Excipient information presented when available (limited, particularly for generics); consult specific product labeling.
DocuSol Plus Mini-Enema: Benzocaine 20 mg and docusate sodium 283 mg (5 ea)
Mechanism of Action
Docusate is a stool softener; benzocaine is a local anesthetic.
Onset of Action
Rectal: 2 to 15 minutes.
Use: Labeled Indications
Constipation: Relief of occasional constipation (irregularity) in patients ≥12 years of age who experience painful bowel movements.
OTC labeling: When used for self-medication, do not use for longer than 7 days; when abdominal pain, nausea, or vomiting is present; or concomitantly with mineral oil (oral products only); hypersensitivity to benzocaine or any component of the formulation.
Dosage and Administration
Constipation: Rectal: Benzocaine 20 mg/docusate sodium 283 mg per 5 mL: 5 mL (1 unit) 1 to 3 times daily.
Refer to adult dosing.
Constipation: Children ≥12 years and Adolescents: Rectal: Enema (benzocaine 20 mg/docusate sodium 283 mg per 5 mL unit): 5 mL (1 unit) 1 to 3 times daily; produces a bowel movement within 2 to 15 minutes; may use up to 7 days or as directed by a physician. Note: If transitioning off bisacodyl product, allow 3 days before initiating benzocaine/docusate therapy; typically not used concomitantly with mineral oil.
Rectal: For rectal use only. Lubricate tip prior to insertion by placing a few drops of the liquid from the enema on the shaft prior to insertion; may also apply a few drops of enema contents or lubricant to the anus prior to insertion. Gently insert lubricated applicator tip into rectum. Grasp bottle firmly and squeeze slowly to empty the contents. Discard after administration.
Store at 15°C to 30°C (59°F to 86°F).
Dapsone (Topical): May enhance the adverse/toxic effect of Methemoglobinemia Associated Agents. Monitor therapy
Local Anesthetics: Methemoglobinemia Associated Agents may enhance the adverse/toxic effect of Local Anesthetics. Specifically, the risk for methemoglobinemia may be increased. Monitor therapy
Methemoglobinemia Associated Agents: May enhance the adverse/toxic effect of Local Anesthetics. Specifically, the risk for methemoglobinemia may be increased. Monitor therapy
Nitric Oxide: May enhance the adverse/toxic effect of Methemoglobinemia Associated Agents. Combinations of these agents may increase the likelihood of significant methemoglobinemia. Monitor therapy
Prilocaine: Methemoglobinemia Associated Agents may enhance the adverse/toxic effect of Prilocaine. Combinations of these agents may increase the likelihood of significant methemoglobinemia. Management: Monitor patients for signs of methemoglobinemia (e.g., hypoxia, cyanosis) when prilocaine is used in combination with other agents associated with development of methemoglobinemia. Avoid lidocaine/prilocaine in infants receiving such agents. Monitor therapy
Sodium Nitrite: Methemoglobinemia Associated Agents may enhance the adverse/toxic effect of Sodium Nitrite. Combinations of these agents may increase the likelihood of significant methemoglobinemia. Monitor therapy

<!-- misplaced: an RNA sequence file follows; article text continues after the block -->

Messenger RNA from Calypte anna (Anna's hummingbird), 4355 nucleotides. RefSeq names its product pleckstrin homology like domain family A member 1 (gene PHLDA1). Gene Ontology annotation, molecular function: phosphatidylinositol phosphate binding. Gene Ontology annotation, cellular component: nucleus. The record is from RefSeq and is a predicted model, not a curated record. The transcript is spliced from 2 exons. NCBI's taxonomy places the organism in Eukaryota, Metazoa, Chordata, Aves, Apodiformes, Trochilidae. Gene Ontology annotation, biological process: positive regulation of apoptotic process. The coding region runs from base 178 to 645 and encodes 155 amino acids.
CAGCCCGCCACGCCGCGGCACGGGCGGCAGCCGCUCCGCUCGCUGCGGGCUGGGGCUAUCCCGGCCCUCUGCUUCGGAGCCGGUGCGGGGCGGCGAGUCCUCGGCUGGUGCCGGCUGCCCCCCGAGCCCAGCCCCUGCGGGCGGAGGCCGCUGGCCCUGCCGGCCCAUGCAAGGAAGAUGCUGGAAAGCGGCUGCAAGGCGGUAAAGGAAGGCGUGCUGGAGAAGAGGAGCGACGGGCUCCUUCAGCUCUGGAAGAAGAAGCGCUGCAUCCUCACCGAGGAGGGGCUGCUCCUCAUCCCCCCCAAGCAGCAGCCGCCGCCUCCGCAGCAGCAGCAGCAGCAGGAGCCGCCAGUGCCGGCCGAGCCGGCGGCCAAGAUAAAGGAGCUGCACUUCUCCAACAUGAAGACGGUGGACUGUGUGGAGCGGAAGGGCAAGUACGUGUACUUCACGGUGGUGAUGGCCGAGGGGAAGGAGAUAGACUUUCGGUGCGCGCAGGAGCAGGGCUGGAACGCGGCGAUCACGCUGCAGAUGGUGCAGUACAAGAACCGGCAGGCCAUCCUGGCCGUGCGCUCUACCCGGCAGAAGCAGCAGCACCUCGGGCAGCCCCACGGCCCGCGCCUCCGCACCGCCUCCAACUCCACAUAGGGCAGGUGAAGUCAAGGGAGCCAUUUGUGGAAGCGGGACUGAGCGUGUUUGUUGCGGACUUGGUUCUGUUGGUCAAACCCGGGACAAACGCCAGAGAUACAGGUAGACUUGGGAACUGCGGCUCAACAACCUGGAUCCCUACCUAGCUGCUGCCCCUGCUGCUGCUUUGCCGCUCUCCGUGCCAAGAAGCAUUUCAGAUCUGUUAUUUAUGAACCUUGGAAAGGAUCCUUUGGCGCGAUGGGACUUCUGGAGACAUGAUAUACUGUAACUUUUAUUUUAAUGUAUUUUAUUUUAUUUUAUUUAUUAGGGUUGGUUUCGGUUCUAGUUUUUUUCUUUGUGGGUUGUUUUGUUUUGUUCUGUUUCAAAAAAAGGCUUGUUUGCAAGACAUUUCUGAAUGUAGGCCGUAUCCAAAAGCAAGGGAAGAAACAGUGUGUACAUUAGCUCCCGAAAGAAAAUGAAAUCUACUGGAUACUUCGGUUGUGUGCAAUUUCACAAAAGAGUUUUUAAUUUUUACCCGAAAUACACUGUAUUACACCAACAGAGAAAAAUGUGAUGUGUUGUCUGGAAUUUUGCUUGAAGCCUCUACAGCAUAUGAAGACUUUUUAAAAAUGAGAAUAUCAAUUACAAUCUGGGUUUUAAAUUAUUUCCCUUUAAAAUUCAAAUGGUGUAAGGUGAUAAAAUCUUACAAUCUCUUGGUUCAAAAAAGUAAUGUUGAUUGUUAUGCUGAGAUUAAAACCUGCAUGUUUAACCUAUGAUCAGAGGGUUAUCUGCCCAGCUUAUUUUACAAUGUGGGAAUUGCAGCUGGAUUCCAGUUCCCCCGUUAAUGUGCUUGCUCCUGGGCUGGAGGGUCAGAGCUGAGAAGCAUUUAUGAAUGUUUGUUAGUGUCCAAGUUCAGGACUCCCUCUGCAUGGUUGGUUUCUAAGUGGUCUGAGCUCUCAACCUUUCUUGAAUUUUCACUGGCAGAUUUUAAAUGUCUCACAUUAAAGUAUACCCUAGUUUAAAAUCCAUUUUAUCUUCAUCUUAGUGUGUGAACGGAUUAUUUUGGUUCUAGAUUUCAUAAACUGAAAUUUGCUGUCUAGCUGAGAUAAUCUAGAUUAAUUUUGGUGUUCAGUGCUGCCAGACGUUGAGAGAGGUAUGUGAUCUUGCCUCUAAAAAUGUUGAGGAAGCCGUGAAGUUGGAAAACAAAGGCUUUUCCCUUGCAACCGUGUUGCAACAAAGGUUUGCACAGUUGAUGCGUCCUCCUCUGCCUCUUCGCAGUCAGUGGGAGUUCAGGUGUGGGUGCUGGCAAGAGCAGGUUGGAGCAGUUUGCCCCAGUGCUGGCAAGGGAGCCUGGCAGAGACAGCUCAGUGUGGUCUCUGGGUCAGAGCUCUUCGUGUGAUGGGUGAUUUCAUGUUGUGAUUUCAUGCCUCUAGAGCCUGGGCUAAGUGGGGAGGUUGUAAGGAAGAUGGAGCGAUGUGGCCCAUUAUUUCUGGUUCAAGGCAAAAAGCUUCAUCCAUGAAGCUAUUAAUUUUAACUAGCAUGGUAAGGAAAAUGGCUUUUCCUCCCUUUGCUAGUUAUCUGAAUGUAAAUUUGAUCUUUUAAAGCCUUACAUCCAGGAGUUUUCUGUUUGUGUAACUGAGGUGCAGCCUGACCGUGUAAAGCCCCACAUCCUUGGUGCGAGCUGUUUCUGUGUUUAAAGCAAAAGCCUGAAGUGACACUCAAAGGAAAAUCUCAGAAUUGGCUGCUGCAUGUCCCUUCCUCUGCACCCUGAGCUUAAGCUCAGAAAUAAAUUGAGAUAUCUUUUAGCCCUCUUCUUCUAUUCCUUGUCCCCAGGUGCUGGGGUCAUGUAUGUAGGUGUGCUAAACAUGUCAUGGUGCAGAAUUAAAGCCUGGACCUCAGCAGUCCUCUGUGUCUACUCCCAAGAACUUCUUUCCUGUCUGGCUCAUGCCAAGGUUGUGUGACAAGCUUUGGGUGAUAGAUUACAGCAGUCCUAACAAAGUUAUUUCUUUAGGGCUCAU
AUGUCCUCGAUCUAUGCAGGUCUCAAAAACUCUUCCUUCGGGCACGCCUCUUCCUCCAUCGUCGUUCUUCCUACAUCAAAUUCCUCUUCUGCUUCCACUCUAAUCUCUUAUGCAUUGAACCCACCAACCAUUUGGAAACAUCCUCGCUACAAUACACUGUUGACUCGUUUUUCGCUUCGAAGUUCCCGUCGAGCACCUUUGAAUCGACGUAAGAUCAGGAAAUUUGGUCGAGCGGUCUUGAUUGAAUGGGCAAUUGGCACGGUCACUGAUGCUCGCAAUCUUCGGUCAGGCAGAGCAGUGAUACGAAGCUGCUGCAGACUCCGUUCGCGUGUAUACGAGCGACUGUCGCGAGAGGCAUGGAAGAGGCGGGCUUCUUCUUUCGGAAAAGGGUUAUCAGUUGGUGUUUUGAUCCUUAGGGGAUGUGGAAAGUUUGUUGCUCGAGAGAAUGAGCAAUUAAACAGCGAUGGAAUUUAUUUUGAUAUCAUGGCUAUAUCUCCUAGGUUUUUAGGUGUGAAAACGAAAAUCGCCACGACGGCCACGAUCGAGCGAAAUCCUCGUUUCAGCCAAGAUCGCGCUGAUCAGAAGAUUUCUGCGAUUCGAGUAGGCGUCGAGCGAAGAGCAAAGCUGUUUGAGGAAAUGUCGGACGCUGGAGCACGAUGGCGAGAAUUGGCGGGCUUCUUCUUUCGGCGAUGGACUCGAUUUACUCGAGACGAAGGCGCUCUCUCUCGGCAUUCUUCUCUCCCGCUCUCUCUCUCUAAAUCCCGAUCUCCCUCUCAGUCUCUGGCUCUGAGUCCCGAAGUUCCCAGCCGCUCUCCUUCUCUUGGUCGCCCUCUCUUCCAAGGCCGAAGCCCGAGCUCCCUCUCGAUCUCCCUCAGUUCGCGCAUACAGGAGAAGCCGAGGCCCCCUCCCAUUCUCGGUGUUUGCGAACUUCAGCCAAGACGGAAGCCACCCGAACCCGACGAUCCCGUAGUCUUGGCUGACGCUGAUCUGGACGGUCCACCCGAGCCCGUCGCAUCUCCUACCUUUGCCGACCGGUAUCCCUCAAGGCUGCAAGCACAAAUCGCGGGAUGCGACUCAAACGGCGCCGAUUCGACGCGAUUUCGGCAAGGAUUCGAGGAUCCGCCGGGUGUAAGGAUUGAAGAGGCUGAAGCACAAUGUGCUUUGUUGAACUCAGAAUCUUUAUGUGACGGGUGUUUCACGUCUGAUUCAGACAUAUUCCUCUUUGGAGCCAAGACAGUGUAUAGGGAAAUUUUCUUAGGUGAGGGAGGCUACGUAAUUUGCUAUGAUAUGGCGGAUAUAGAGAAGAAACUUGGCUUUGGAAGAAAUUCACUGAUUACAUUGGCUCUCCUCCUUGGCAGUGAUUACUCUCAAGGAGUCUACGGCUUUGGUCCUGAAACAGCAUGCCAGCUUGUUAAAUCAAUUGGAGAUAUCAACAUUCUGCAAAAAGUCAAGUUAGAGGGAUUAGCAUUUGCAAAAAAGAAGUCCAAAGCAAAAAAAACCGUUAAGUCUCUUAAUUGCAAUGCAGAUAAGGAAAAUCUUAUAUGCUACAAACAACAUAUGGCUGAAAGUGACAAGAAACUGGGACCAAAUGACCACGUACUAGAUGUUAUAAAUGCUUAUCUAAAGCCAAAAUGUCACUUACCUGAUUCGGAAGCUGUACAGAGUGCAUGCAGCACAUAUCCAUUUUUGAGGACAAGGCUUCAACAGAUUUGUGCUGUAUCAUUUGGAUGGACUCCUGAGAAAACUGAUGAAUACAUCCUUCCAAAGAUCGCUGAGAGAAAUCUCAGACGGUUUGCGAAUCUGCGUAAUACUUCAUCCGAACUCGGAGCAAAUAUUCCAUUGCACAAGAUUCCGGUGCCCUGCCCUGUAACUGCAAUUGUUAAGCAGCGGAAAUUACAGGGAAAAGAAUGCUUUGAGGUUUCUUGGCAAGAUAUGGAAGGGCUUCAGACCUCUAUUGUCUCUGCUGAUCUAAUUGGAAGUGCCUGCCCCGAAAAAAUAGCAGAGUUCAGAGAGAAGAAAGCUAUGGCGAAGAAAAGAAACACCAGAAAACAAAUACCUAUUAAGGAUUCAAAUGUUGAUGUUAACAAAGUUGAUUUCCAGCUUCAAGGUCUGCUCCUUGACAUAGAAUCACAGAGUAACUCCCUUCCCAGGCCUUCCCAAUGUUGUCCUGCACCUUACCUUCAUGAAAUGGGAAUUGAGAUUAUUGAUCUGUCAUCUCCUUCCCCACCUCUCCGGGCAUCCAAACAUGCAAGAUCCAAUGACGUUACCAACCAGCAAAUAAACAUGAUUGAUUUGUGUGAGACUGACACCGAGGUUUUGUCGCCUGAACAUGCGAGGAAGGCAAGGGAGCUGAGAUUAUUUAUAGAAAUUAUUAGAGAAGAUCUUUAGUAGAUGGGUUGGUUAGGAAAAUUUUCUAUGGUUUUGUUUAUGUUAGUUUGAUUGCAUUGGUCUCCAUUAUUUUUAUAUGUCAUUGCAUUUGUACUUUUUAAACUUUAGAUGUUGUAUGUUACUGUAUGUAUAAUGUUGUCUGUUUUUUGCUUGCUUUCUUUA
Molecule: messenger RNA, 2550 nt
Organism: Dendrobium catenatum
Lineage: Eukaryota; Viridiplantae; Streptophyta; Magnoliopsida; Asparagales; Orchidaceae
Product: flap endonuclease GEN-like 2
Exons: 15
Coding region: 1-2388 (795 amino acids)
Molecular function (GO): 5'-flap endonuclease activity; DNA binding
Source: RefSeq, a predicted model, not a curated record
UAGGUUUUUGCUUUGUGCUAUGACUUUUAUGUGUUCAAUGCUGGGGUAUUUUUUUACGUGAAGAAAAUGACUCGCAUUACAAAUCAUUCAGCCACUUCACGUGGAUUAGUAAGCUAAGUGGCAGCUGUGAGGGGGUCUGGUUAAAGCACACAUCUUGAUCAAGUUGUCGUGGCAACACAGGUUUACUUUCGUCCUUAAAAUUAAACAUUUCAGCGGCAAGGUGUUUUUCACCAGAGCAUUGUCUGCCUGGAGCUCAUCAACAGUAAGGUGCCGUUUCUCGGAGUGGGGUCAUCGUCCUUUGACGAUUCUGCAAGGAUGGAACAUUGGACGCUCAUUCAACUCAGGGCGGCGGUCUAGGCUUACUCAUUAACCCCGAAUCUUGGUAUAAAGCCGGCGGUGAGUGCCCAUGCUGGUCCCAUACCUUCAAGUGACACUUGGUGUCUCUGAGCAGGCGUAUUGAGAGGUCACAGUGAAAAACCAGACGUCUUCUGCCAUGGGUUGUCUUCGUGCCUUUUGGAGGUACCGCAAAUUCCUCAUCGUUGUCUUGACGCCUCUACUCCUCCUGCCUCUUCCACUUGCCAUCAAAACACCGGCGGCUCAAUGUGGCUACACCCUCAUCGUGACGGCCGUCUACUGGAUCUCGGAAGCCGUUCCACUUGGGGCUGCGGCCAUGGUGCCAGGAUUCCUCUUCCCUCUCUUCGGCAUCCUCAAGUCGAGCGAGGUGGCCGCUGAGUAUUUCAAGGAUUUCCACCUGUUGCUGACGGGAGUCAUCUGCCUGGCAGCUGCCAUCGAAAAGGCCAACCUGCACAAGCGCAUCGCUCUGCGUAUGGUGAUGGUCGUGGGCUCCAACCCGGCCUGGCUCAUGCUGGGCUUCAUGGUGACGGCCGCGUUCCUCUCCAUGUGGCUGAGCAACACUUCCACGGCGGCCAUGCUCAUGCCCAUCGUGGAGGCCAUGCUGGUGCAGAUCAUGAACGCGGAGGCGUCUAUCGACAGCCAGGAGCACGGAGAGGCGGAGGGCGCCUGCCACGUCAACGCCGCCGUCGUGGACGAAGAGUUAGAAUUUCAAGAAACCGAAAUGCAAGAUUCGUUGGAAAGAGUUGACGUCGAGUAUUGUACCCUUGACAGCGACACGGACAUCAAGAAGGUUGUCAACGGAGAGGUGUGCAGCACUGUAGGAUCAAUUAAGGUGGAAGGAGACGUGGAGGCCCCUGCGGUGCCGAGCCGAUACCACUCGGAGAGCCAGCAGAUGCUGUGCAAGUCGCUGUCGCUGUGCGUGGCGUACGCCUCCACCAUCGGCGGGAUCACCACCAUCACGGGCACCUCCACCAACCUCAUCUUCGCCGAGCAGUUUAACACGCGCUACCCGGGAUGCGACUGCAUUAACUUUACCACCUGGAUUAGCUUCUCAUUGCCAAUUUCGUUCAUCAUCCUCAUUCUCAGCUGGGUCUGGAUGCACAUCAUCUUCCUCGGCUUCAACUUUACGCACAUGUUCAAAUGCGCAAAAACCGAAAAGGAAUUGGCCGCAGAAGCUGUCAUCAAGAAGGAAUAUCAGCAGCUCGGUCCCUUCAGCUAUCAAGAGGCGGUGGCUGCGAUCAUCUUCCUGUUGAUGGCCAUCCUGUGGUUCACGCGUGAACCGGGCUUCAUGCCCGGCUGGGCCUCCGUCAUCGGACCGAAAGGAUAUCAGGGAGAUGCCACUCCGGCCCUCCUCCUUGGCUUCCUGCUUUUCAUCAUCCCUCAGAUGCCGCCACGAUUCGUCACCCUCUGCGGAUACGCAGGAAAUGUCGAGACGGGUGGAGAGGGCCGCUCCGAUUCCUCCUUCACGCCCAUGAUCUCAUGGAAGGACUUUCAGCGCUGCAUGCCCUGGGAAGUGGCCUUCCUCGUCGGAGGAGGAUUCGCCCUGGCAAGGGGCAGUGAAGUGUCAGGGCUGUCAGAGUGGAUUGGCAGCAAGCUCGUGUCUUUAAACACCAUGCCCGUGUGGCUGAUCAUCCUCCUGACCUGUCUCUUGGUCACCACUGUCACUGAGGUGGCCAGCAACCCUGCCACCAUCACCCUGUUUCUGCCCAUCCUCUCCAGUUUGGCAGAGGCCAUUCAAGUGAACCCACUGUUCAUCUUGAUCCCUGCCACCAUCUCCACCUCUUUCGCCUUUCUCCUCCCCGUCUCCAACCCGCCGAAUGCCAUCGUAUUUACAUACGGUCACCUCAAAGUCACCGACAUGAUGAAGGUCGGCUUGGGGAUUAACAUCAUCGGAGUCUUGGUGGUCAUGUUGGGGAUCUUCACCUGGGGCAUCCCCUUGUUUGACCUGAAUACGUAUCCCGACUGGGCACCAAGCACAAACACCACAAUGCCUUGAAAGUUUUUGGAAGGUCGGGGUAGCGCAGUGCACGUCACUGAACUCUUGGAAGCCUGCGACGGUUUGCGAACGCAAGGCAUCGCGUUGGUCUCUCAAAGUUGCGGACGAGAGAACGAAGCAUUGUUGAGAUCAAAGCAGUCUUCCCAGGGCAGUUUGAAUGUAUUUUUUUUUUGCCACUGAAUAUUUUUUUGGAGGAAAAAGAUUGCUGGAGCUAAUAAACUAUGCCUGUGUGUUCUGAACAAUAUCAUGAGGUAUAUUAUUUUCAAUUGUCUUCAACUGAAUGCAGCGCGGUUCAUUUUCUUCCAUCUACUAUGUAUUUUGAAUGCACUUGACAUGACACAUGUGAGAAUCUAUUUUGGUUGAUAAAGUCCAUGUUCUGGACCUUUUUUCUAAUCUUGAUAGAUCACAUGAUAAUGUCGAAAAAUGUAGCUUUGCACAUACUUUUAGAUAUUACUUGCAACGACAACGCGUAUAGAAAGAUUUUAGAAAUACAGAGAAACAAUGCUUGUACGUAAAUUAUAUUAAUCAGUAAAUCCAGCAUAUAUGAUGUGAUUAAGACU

There are no adverse reactions listed in the manufacturer's labeling. Also see Docusate monograph.
Concurrent drug therapy issues:
- Drug-drug interactions: Potentially significant interactions may exist, requiring dose or frequency adjustment, additional monitoring, and/or selection of alternative therapy. Consult drug interactions database for more detailed information.
Dosage forms specific issues:
- Enema: For rectal use only; lubricate tip prior to insertion. Discontinue use and notify health care provider if rash around the anus/rectal irritation occurs or if resistance is encountered with insertion; forcing the tube may result in injury or damage to the rectum.
- Self-medication (OTC use): When used for self-medication (OTC), patients should be instructed to discontinue use and notify a health care provider if rectal bleeding occurs, if a sudden change in bowel habits occurs and persists over 14 days, or if a bowel movement fails to occur after use.
Periodic rectal exams are recommended in patients with impaired rectal function, especially loss of sensation.
- Discuss specific use of drug and side effects with patient as it relates to treatment. (HCAHPS: During this hospital stay, were you given any medicine that you had not taken before? Before giving you any new medicine, how often did hospital staff tell you what the medicine was for? How often did hospital staff describe possible side effects in a way you could understand?)
- Have patient report immediately to prescriber rectal irritation (HCAHPS).
- Educate patient about signs of a significant reaction (eg, wheezing; chest tightness; fever; itching; bad cough; blue skin color; seizures; or swelling of face, lips, tongue, or throat). Note: This is not a comprehensive list of all side effects. Patient should consult prescriber for additional questions.
Intended Use and Disclaimer: Should not be printed and given to patients. This information is intended to serve as a concise initial reference for health care professionals to use when discussing medications with a patient. You must ultimately rely on your own discretion, experience, and judgment in diagnosing, treating, and advising patients.